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The drop is not being attributed to a downturn in cancer incidence, but rather a COVID-driven reluctance to get screened.
"Our research found that during the COVID-19 pandemic, between March 1 and April 18, there was a 46% decrease in diagnoses of the six common cancer types we looked at, which included breast, colorectal, lung, pancreatic, gastric and esophageal cancers," said study author Dr. Harvey Kaufman.
But, "this decrease in diagnoses was unfortunately not the result of a drop in cancer rates," stressed Kaufman, who is senior medical director of medical informatics at Quest Diagnostics in Secaucus, N.J. Instead, it appears to be the direct consequence of public health guidance that was promoted during the early days of the pandemic.
"During the pandemic, the U.S. Centers for Disease Control and Prevention and many medical professional organizations recommended that cancer screening -- and other health prevention services -- should be postponed unless the risks outweighed the benefits," Kaufman noted. "This guidance resulted in patients avoiding the doctor's office and fewer cancer screenings, which affected the diagnosis and treatment rates of cancers and other life-threatening conditions."
The vast majority (75%) were women, at an average age of 66.
Once stacked up against each other, the two periods revealed a 46% drop in weekly diagnoses among all six cancers combined.
Some cancer screenings saw a more precipitous drop than others, with breast cancer diagnoses experiencing the biggest plunge (52%). But even the smallest dip was significant, as pancreatic cancer diagnoses fell off by almost 25%, the findings showed.
But the United States is not alone in this trend. In fact, the study team pointed out that The Netherlands Cancer Registry is reporting a 40% decline in weekly cancer diagnoses since the pandemic began, while British cancer referral rates have dropped 75%.
The problem? While cancer diagnoses may be happening less often, cancer itself is not taking a break.
"When cancer screenings and resulting cancer diagnoses are postponed, some of these cancers are likely to later be identified at more advanced stages, which will result in poorer outcomes and even increased death rates," Kaufman said. "Whereas postponing dental cleanings may lead to more plaque build-up and gum disease, delay in cancer diagnosis and treatment will have more severe consequences for some patients."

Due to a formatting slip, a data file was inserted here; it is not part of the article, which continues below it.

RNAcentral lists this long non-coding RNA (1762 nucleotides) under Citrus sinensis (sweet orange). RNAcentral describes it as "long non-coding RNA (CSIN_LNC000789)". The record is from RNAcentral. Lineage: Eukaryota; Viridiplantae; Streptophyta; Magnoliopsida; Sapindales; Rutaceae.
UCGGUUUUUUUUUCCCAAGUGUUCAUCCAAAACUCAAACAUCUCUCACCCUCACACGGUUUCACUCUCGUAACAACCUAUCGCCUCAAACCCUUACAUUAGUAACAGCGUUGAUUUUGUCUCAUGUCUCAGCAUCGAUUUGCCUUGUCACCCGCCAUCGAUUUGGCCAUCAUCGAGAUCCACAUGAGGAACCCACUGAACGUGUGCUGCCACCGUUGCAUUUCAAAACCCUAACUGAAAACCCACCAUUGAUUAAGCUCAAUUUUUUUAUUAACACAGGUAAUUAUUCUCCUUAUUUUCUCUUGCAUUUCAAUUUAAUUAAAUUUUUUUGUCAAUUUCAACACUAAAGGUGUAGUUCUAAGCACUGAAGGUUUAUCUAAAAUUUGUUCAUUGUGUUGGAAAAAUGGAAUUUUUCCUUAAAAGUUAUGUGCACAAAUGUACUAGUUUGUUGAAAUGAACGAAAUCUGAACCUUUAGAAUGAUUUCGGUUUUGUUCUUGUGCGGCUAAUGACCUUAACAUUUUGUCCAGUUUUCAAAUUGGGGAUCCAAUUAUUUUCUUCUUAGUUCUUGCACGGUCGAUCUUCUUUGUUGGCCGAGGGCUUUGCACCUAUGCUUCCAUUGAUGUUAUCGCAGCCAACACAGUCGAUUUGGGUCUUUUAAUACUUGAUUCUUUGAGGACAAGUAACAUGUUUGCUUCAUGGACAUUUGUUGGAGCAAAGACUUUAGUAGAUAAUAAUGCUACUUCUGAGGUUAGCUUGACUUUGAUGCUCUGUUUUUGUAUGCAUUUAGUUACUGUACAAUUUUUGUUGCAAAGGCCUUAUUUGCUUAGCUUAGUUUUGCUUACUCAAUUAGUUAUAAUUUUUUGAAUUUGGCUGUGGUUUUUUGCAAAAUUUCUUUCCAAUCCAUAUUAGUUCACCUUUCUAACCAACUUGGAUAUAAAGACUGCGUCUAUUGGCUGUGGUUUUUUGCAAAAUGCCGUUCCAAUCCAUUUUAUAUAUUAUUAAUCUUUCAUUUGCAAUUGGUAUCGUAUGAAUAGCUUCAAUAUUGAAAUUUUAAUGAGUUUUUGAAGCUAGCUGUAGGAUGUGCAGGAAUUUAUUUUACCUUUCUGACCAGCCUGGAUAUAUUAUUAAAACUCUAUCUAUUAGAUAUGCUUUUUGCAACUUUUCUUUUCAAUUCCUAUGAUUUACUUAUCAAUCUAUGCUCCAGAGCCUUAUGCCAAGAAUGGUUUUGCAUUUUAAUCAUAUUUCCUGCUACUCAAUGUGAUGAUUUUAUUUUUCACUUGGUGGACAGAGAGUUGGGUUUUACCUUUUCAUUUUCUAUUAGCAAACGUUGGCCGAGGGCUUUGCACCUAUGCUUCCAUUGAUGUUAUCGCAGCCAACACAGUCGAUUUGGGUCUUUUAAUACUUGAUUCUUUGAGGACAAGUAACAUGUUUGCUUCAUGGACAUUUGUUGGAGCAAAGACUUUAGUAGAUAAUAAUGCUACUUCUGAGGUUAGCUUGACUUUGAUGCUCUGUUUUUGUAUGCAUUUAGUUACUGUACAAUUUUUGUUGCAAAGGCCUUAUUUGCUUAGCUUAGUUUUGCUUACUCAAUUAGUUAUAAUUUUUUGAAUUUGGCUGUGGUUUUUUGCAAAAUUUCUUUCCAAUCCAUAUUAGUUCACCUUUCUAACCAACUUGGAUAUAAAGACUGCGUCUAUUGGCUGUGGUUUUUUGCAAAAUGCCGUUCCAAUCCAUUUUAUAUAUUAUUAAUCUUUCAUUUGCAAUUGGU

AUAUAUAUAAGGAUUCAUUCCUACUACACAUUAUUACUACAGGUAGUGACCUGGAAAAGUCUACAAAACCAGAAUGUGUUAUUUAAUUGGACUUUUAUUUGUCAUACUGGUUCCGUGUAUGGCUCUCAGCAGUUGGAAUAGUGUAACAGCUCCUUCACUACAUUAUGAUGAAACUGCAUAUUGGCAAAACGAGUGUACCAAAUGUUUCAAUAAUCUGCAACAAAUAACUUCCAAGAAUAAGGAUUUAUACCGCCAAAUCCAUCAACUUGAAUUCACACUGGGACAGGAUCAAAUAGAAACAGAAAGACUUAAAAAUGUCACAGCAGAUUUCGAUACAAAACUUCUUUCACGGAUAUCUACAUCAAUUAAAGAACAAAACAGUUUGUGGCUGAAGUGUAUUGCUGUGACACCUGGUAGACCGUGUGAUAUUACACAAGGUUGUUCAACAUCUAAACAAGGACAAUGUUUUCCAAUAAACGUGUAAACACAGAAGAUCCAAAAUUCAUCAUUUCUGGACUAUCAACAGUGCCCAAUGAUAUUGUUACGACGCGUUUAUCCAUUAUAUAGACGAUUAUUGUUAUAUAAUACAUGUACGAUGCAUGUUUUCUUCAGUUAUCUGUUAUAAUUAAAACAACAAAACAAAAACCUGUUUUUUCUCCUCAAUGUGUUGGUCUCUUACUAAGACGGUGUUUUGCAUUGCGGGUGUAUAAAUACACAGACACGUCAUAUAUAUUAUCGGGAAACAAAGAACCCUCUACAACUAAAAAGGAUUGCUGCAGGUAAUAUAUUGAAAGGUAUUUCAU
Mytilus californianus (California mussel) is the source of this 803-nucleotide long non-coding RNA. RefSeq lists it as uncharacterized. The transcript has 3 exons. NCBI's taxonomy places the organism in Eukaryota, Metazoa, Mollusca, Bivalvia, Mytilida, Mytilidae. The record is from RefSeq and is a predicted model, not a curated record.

The Dana-Farber Cancer Institute, in Boston, echoed the point in a statement.
"The true incidence of these cancers did not drop," said Dr. Craig Bunnell, Dana-Farber's chief medical officer. "The decline clearly represents a delay in making the diagnoses, and delays matter with cancer. It means we need to safely perform these diagnostic tests and the public needs to not think of them as optional. Their lives could depend on them."
Laura Makaroff, senior vice president of prevention and early detection with the American Cancer Society, agreed, warning that "cancer certainly isn't stopping due to the pandemic."
But screening patterns seen early on in the pandemic may shift over time, she added. "More recently, we are seeing some signs that screening rates are recovering some," Makaroff said.
"There are still gaps and we are not back to where screening rates were pre-pandemic," she stressed. "But health care providers across the country are working hard to implement processes to keep patients safe and get people back in for screening when they are due."
Kaufman said doing so is critical.
"Urgent action needs to be taken to avoid a potential increase in cancer deaths in the U.S. due to delayed diagnoses and treatment," he said. "Patients and their health care providers should resume routine preventative care, including cancer screenings in safe health care environments."
The report was published online Aug. 4 in JAMA Network Open.
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